If you’ve been following the artistic duo 2 Men Drawing, you might be surprised by the rare pop of colour, added in collage detail, of a golden-crusted lasagne and the recognisable red neon sign in their latest works. They’ll adorn the rotating gallery wall of Fitzroy stalwart Marios Cafe, with profits from any sales to be donated to Parkinson’s Victoria.
Peter Mills and Bruce Harvey of 2 Men Drawing, pictured with Mario Maccarone (centre), owner of Marios Cafe. Credit:Chris Hopkins
Peter Mills, an architect, and Bruce Harvey, a former advertising executive, usually stick to the chiaroscuro effect of pencil and charcoal when drawing. “Colour scares me,” Mills confesses as we meet at Harvey’s garden studio in Brighton.
It’s hard to imagine this remarkable team being unnerved by anything. Their first show together, some 40 years ago, was inspired by the owner of another of Melbourne’s beloved Italian eateries, former Collins Street haunt Vivaldi’s.
It was a handy lunch spot when Mills was at architecture firm Bates Smart, and Harvey worked in-house for Myer’s ad department. “We used to draw on the tablecloth and throw them away, but Joe, the owner, suggested we buy proper paper,” Harvey recalls. “He would keep our drawings, and we could have an exhibition.”
Lunch (plus wine) was on the house. They donated the $8000 proceeds to the Melbourne City Mission, a kind gesture that led the fledgling 2 Men Drawing to their next gig. “The fellow from the Mission changed jobs and became program manager at the ABC,” Harvey adds. “He rang us up and asked if we’d like to draw on the radio, which we thought was a bit unique.”
A drawing by Peter MillsCredit:2 Men Drawing
Harvey and Mills would sit in on shows, sketching the guests. “One was a guy called Trevor Green,” Harvey explains – then managing director of the Melbourne Symphony Orchestra.
That meeting led to several years of capturing the orchestra while they rehearsed, and two exhibitions. “It was the best drawing exercise,” Mills says. “We had to learn how to draw people who weren’t static. They were moving with their instruments all over the place. We’d have to take photographs with our heads and remember where they were 10 seconds ago.”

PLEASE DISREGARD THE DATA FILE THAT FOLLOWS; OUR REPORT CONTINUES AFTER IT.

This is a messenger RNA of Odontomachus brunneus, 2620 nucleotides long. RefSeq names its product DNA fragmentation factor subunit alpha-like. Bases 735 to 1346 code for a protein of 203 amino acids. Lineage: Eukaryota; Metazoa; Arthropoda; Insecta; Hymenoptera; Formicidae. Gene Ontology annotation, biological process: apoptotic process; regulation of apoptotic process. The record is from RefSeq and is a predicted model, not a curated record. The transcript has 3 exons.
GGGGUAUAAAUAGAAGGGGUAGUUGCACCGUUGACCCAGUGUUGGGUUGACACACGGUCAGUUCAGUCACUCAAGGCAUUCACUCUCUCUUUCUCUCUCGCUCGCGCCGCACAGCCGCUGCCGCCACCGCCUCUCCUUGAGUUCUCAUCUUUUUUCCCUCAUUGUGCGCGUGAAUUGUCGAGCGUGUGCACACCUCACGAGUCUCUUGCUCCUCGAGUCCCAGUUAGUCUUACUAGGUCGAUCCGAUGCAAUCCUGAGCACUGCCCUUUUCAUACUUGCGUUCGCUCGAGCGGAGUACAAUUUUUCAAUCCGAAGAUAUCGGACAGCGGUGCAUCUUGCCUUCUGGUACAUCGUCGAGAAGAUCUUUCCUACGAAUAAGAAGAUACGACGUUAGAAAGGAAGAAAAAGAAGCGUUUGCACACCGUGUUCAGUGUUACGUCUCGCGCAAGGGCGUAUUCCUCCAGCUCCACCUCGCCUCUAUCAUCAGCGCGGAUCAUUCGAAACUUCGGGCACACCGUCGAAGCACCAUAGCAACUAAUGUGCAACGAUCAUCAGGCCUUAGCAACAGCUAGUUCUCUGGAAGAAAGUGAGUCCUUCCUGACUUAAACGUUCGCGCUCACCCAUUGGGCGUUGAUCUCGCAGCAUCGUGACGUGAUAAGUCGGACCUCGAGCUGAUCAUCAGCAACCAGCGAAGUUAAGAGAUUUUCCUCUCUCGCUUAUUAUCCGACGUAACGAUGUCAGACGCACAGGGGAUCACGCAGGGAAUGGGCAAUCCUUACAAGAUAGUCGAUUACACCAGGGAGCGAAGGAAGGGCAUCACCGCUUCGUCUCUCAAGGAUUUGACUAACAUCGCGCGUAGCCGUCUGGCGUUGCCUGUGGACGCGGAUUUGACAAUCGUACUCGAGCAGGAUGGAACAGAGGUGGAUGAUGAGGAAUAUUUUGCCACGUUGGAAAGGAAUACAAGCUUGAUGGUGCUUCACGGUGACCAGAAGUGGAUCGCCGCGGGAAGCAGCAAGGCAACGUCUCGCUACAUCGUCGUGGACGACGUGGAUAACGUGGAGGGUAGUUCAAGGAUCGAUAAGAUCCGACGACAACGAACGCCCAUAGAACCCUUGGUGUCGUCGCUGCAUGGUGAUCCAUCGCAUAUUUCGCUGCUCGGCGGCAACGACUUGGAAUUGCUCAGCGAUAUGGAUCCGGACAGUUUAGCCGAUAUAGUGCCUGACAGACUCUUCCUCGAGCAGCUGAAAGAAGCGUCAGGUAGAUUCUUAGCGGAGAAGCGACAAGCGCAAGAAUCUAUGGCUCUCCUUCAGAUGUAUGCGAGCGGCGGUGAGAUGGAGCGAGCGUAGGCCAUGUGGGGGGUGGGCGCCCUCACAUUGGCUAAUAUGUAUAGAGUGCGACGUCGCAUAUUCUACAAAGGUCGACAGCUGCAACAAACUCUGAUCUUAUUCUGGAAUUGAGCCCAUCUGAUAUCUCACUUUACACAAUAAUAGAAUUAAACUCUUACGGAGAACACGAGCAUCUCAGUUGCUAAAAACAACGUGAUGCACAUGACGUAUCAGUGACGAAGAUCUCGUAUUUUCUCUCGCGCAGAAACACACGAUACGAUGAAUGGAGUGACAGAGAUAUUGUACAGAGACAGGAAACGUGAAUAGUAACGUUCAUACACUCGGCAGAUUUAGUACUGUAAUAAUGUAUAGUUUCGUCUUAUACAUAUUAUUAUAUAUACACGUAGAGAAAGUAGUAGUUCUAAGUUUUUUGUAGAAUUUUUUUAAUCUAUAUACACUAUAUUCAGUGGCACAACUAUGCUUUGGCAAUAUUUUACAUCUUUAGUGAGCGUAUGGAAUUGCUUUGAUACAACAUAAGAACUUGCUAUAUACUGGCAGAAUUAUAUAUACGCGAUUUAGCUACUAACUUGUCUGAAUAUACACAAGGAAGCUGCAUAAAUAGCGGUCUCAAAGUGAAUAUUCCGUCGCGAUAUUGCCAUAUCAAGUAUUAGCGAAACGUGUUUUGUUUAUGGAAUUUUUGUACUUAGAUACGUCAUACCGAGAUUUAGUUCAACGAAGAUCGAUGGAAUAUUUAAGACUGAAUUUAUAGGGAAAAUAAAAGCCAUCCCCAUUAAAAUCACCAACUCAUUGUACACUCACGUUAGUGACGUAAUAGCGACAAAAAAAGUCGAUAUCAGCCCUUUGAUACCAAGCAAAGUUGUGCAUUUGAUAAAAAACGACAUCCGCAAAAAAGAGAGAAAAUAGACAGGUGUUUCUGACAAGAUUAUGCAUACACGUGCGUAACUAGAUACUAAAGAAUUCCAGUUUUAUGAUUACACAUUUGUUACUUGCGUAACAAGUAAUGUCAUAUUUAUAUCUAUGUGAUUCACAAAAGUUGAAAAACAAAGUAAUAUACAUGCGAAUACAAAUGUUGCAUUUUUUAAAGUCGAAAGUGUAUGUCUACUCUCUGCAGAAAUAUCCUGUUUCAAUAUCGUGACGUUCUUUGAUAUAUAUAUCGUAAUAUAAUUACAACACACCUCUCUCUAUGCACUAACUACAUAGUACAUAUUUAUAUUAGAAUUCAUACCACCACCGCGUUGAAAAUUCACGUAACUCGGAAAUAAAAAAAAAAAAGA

One man at the MSO would pop up again. “One of the violinists had a huge beard,” Harvey recalls. “We love life drawing too, and one day we decided to go to the University of the Third Age in Malvern. There he was, but with no clothes on, playing his violin.”
The first brushstrokes of Harvey and Mills’ story were dashed off in The Waiter’s Restaurant on Meyers Place sometime in the ’70s. “I was just married and was looking for an architect to redesign the dump of a house that I had bought, and Peter was recommended,” Harvey recalls.
A drawing by Bruce Harvey.Credit:2 Men Drawing
Sketches of a proposed kitchen soon gave way to them capturing the likeness of fellow diners. “We realised we shared this passion and it became a habit we couldn’t stop,” Mills says. “Whenever we met for lunch, on the excuse of doing his house, we’d draw together over a glass of wine wherever we could find somewhere with paper tablecloths.”
This was back when the CBD’s laneways were just beginning to flourish. “Degraves Street and Flinders Lane were really good places to hang out,” Mills recalls.
While their careers required them to be adept at sketching, Harvey says their skill sets were quite different. “Peter’s work demands attention to detail, and if you look at his drawings, you can see that. My work is more related to press layouts, loose drawings.”
Harvey says Mills will work on one drawing, “while I would have done four and thrown half of them away.”
Webb Dock at Port Melbourne as drawn by Peter Mills.Credit:2 Men Drawing
Mills responds: “I fill up book after book with scratchy details, but what I admire most in Bruce’s work is his ability to capture the spirit of something quickly”.
A lot has changed during their time drawing together, not least Harvey’s profession. “My daughter took me to an advertising agency where she was working about a year ago and into this massive room with people sitting around in a circle, monitors in front of them, absolutely quiet,” he says. “I thought we were in the accounts department. Something has been lost.”
Mills has also seen a lot of change in his line of work. “Architects don’t draw by hand anymore. It used to be our primary means of communicating.”
“[This] life drawing is a good example of our contrasting styles: Peter’s detailed and complete, mine sketchy,loose and incomplete,” Bruce Harvey explains.Credit:2 Men Drawing
They’ve enjoyed drawing alongside one another all these years immensely. Mostly. “Bruce gets really crabby with me sometimes and it pisses me off,” Mills chuckles.
“We made an agreement,” Harvey adds. “We tell each other exactly what we think, the truth, because not many friends will. They’ll just say, ‘Oh, that’s lovely’.”
Mills wouldn’t have it any other way. “I couldn’t possibly have done any of this on my own. It would have been boring. Who would I talk bullshit with?”
Harvey agrees. “Without the combination of our friendship, we wouldn’t have achieved the half of what we’ve done.”
An exhibition of sketches by 2 Men Drawing looking at daily life at Marios Cafe Fitzroy will be on at Marios Cafe from January 17 to February 6.
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